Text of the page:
Are you breeding snakes?
We love machine metaphors.
We wish life could be neat like that. Press a button, or pull a lever, or flip a switch … and something predictable happens. Something turns on or off, goes left or right, begins or stops.
Clean, predictable, and safe.
There’s little at risk, because it does just what it promised it would.
And then–beyond turning on the light or heating up the oven or typing on the keyboard–there’s the rest of messy life.
You do something involving people and the system you’re in … and all kinds of complications follow.
It starts well enough. After you’ve taken some action, there’s some minor variation, plus or minus, on the expected outcome. It’s not exactly what you thought might happen. But it’s close-ish.
But then comes a whole grabbag of unintended consequences.
The “cobra effect” is a story, maybe true and maybe not, that’s sometimes told to make the point. When India was under British rule, a bounty was offered for every dead cobra.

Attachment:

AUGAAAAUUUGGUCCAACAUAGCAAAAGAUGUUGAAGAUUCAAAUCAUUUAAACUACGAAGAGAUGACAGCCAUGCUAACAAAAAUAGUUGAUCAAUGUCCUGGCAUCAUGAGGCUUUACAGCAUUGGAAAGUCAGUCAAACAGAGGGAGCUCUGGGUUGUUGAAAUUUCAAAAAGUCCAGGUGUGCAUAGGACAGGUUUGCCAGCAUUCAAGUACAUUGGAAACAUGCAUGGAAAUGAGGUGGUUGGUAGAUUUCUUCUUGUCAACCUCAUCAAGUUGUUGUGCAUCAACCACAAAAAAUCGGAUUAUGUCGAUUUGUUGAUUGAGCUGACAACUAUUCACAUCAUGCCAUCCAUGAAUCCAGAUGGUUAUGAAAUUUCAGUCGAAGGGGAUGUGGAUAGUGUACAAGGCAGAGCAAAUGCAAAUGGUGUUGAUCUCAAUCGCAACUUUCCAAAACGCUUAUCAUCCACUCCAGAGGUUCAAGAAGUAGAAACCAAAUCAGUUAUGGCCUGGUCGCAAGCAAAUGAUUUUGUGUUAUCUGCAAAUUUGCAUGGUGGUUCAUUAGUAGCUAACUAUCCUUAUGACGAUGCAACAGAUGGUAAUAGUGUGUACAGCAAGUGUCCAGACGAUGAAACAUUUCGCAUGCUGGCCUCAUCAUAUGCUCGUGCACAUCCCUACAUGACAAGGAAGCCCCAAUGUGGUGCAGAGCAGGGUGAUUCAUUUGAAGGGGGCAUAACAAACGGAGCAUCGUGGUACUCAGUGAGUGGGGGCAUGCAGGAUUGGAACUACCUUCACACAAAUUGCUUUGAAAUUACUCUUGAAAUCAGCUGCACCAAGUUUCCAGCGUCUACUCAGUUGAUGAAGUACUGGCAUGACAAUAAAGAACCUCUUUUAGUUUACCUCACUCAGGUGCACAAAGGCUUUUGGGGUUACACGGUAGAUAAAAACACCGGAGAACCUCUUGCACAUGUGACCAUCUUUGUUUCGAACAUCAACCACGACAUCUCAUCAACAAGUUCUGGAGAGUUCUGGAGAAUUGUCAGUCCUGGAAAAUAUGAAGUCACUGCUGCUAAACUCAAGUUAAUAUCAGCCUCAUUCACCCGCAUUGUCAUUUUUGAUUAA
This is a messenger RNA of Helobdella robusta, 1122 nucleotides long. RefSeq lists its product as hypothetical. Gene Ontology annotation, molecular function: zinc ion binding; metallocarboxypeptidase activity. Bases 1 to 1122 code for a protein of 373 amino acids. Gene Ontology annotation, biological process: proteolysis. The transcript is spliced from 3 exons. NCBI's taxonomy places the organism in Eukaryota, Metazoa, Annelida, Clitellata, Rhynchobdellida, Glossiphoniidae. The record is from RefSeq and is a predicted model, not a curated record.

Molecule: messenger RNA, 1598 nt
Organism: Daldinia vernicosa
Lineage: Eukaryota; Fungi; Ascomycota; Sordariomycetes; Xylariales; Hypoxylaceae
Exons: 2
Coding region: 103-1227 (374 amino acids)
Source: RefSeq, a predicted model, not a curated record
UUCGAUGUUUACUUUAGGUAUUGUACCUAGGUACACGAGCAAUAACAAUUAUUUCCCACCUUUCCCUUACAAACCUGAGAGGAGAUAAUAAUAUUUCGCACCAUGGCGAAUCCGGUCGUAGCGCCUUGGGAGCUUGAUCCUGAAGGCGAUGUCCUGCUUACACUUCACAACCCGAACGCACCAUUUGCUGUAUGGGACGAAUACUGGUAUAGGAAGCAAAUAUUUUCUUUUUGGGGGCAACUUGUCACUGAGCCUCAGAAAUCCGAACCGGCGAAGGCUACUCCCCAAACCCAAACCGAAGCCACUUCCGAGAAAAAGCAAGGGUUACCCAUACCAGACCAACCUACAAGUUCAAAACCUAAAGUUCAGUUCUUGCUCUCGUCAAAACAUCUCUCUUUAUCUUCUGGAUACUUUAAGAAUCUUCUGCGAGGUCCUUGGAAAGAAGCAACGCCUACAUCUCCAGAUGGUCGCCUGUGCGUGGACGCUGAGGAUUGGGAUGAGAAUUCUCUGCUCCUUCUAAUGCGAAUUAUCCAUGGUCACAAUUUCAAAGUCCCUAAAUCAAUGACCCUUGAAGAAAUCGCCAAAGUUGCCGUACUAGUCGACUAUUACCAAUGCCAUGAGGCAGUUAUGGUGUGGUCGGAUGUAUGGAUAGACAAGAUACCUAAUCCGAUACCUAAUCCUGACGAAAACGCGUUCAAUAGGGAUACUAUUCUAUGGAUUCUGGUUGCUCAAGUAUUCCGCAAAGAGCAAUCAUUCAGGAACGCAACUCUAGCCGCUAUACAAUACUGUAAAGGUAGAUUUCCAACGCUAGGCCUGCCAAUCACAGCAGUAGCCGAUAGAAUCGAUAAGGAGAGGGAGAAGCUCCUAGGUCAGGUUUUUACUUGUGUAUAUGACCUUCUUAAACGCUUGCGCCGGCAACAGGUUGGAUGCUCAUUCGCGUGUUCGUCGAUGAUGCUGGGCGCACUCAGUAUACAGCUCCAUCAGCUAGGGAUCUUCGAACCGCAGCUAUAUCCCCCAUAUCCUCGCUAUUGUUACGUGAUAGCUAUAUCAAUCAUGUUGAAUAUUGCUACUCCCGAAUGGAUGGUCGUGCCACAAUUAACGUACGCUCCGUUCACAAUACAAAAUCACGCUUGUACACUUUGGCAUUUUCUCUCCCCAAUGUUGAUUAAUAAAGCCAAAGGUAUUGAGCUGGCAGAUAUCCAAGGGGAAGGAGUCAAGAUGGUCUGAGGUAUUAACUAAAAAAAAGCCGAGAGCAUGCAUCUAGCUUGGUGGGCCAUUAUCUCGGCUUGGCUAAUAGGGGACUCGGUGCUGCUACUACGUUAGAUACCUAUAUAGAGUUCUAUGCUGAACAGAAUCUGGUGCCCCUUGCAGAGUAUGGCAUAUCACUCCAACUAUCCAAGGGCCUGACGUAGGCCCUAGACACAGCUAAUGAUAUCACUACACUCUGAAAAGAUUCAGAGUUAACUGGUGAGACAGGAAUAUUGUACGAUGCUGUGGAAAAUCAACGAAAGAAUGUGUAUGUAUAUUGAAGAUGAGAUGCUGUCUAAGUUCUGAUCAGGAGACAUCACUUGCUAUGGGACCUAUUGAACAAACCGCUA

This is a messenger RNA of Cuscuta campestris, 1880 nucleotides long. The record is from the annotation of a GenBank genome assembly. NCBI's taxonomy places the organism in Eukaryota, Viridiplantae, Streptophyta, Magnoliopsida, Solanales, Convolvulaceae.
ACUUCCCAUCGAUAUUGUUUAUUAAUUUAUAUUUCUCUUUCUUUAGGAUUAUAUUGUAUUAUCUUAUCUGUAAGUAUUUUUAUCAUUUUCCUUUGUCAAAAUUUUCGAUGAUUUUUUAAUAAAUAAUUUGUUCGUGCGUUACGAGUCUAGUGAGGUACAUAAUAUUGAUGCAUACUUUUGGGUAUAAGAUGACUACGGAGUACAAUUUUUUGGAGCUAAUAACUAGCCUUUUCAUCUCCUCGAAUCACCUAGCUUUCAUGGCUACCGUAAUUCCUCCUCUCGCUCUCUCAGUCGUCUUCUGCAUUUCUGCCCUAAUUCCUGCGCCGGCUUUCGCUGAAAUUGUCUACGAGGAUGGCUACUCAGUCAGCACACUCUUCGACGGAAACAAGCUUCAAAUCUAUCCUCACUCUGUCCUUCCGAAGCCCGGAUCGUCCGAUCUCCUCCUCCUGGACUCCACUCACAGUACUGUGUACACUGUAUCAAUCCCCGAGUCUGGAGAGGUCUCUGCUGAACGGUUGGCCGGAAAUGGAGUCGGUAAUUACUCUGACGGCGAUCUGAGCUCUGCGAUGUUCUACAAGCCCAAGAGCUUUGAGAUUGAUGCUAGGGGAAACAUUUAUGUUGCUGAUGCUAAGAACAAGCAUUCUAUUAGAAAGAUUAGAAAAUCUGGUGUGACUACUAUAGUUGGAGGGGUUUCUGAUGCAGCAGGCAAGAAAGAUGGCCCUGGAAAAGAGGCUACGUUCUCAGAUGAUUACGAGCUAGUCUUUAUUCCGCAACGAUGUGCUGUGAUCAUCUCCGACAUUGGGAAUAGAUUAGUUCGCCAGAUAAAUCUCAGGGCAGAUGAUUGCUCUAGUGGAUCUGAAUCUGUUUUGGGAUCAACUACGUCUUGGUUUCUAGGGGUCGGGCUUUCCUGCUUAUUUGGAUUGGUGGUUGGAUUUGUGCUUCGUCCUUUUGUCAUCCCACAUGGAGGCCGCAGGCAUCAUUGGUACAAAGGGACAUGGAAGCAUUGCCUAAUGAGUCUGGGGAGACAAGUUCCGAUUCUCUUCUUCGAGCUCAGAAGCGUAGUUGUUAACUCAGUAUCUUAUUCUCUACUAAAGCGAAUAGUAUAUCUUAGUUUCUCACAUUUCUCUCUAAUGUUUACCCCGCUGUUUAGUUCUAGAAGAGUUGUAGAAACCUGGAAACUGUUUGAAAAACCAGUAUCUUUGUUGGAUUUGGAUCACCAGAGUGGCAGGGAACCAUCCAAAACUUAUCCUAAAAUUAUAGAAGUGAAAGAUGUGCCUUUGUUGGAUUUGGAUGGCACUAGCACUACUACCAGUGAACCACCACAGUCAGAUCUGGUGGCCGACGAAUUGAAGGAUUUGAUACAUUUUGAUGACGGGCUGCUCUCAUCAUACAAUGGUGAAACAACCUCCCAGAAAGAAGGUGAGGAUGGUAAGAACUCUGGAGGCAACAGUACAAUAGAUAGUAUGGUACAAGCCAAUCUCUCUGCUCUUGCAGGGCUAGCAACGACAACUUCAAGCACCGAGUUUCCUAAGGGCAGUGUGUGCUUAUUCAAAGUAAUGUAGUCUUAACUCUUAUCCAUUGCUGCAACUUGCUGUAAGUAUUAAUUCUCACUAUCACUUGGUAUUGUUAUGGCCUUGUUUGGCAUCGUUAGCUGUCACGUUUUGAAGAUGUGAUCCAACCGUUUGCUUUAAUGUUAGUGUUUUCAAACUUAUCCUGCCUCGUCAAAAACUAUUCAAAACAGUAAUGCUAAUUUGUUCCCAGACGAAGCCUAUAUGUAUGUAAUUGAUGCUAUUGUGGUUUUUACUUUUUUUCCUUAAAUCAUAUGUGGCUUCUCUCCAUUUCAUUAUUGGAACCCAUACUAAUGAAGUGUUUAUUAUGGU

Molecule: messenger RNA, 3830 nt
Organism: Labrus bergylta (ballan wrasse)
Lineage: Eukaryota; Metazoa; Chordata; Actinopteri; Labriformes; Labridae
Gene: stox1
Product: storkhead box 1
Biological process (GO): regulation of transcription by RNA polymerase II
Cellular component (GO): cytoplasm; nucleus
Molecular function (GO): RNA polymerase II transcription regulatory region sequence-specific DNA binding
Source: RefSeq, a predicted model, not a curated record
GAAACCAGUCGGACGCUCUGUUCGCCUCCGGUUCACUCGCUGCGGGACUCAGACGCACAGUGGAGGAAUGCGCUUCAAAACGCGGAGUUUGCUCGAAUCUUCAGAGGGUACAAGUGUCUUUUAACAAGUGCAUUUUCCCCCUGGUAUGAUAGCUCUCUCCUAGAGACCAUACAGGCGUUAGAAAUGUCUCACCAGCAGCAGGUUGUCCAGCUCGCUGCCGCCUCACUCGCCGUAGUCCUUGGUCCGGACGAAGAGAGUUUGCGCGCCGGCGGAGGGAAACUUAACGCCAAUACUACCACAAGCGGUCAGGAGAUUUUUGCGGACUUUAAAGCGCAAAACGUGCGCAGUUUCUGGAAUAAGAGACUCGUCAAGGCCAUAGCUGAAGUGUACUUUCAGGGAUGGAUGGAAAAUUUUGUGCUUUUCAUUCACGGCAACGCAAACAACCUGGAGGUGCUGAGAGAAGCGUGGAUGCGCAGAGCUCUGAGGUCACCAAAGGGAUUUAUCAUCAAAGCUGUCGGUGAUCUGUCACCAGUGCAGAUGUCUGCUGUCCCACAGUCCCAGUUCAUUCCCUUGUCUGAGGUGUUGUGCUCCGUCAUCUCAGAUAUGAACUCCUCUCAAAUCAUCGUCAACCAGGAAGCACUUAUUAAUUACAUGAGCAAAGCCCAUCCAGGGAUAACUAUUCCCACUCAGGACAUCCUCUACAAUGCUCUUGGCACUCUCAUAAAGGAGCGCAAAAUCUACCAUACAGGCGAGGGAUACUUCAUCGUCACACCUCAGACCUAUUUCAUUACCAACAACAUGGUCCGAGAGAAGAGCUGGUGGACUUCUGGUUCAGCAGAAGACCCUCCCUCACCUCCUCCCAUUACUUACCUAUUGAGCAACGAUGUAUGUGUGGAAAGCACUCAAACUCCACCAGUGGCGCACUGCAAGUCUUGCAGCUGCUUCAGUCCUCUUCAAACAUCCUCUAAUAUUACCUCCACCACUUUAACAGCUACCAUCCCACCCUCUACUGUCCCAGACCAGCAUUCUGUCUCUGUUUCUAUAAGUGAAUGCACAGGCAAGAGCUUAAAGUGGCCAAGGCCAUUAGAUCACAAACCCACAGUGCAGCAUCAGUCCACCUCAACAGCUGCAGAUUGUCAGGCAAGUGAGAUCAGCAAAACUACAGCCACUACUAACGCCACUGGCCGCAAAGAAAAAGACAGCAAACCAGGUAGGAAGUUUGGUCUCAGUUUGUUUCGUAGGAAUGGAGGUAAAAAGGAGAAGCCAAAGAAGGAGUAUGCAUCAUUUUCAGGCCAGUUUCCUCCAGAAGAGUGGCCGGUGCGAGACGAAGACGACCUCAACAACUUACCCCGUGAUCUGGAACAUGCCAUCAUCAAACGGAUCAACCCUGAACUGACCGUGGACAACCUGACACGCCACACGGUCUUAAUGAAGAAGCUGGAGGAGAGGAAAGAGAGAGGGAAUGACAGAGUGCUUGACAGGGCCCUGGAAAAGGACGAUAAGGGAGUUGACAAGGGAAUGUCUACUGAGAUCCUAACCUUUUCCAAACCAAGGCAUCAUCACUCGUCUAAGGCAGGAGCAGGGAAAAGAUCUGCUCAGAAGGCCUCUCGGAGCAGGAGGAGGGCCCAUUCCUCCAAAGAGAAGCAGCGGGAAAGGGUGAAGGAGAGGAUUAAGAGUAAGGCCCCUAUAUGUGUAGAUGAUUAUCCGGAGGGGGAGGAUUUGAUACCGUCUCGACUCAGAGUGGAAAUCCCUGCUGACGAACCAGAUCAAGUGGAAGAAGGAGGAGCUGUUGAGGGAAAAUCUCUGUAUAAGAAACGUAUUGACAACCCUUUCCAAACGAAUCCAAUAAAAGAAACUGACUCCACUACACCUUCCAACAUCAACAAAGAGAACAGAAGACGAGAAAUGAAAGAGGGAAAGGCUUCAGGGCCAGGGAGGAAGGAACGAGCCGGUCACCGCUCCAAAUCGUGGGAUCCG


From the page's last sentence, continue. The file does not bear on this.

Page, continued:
That worked for a bit, until it didn’t. The Indians, seeing a good chance to make some easy money, started breeding cobras so as to keep up the supply.
When the British realized they were being fleeced, they stopped paying the bounty. The Indians, now with an excess of stock, released all the snakes they’d bred.
The cobra problem ended up worse, not better. (It’s but one example of many.)
We tend to focus hard on the intended consequences, and ignore for as long as possible the unintended consequences.
The question that I ask to imagine the unseen disaster is this: What’s the opposite outcome I’m hoping for? And how might the thing I’m trying to do here lead to that very outcome?
It’s the flip to Roger Martin’s famous strategic question, “What needs to be true for this to happen?” In both cases, you start at the end point and with curiosity and bemusement, work back.
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